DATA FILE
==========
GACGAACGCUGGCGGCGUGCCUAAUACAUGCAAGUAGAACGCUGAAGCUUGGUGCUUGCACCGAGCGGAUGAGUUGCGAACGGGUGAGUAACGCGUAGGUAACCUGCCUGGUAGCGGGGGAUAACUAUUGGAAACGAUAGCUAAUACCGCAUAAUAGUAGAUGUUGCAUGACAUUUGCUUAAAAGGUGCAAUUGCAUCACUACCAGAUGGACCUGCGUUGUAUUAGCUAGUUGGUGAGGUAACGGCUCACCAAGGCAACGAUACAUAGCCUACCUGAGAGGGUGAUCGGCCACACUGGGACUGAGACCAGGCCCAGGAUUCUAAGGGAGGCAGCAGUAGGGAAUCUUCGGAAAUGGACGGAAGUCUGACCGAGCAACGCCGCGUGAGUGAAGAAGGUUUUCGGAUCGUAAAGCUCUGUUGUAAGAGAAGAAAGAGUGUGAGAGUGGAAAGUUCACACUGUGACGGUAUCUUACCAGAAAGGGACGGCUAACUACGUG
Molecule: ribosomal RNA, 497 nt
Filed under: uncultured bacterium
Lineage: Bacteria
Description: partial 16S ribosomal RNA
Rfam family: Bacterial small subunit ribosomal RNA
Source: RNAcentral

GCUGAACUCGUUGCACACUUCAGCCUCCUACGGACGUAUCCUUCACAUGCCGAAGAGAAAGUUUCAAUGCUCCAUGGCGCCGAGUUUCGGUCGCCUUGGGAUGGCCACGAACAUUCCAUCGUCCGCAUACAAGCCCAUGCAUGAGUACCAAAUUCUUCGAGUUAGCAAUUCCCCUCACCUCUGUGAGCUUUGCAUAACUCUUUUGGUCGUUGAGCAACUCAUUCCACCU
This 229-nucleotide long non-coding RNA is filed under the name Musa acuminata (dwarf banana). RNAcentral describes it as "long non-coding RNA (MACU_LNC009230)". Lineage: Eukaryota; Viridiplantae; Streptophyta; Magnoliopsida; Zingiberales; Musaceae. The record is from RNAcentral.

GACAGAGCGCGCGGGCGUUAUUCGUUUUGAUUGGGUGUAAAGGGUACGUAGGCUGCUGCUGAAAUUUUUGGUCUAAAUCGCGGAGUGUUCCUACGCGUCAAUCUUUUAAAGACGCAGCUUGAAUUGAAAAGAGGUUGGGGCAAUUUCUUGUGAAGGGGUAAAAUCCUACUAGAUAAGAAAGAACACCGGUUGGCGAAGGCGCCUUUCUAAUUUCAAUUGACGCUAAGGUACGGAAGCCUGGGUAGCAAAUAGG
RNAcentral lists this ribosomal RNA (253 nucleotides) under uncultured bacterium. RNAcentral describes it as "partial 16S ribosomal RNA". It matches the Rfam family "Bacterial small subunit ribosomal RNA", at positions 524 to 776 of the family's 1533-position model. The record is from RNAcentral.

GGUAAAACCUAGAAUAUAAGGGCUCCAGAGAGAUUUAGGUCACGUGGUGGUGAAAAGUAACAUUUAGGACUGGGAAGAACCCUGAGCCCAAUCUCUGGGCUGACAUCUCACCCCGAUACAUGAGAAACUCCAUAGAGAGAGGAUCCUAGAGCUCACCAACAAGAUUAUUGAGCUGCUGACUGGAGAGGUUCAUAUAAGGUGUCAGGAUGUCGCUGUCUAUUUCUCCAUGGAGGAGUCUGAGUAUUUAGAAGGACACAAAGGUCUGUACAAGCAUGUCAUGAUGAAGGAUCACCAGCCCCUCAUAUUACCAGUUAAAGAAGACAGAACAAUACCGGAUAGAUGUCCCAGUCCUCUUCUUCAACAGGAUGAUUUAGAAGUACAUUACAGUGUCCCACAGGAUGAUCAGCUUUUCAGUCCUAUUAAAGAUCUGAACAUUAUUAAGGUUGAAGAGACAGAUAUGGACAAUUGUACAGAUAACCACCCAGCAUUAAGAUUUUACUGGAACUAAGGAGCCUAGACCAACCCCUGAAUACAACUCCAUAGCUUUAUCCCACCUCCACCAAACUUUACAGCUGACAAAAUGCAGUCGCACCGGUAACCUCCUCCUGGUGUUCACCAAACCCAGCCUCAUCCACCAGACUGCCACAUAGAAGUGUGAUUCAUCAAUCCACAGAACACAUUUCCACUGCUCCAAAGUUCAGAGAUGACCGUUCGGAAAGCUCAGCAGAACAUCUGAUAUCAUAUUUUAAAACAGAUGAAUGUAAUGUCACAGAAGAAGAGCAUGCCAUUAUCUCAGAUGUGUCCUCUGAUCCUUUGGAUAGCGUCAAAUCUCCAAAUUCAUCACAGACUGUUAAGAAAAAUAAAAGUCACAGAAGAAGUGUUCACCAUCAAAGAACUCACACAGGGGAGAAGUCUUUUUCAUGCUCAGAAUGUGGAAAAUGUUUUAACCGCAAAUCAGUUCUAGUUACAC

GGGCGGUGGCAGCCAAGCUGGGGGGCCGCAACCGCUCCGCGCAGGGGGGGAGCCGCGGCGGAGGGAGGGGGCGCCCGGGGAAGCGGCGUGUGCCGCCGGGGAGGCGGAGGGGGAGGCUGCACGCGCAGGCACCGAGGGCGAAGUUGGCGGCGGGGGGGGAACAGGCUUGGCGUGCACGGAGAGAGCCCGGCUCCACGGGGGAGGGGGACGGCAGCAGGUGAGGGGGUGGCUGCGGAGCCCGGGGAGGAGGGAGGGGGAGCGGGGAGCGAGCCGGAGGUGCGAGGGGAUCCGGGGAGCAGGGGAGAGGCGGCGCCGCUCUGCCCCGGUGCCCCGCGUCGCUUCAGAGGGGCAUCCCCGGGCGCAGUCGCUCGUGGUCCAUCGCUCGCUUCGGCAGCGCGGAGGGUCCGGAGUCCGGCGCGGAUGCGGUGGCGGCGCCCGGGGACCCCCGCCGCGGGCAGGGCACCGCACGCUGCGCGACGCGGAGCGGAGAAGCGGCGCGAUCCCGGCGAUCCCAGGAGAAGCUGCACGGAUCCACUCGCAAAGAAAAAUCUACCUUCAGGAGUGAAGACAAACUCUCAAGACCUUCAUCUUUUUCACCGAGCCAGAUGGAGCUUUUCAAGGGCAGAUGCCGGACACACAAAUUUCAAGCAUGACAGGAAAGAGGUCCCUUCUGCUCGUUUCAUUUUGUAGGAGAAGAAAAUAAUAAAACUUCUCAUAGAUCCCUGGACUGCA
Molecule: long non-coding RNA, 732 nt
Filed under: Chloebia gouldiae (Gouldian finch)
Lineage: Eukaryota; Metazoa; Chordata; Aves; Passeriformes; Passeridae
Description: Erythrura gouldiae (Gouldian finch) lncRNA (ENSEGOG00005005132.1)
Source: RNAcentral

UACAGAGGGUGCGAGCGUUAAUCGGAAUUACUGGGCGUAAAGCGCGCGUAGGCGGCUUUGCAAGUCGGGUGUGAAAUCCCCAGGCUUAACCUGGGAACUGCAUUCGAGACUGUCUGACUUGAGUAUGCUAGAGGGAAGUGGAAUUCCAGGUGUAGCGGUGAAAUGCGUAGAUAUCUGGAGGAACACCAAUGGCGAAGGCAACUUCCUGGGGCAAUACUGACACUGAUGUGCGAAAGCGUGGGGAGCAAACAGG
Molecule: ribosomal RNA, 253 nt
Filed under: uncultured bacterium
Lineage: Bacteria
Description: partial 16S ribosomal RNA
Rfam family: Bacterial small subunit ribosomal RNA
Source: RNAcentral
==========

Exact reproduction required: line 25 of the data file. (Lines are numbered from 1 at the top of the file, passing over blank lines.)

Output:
Source: RNAcentral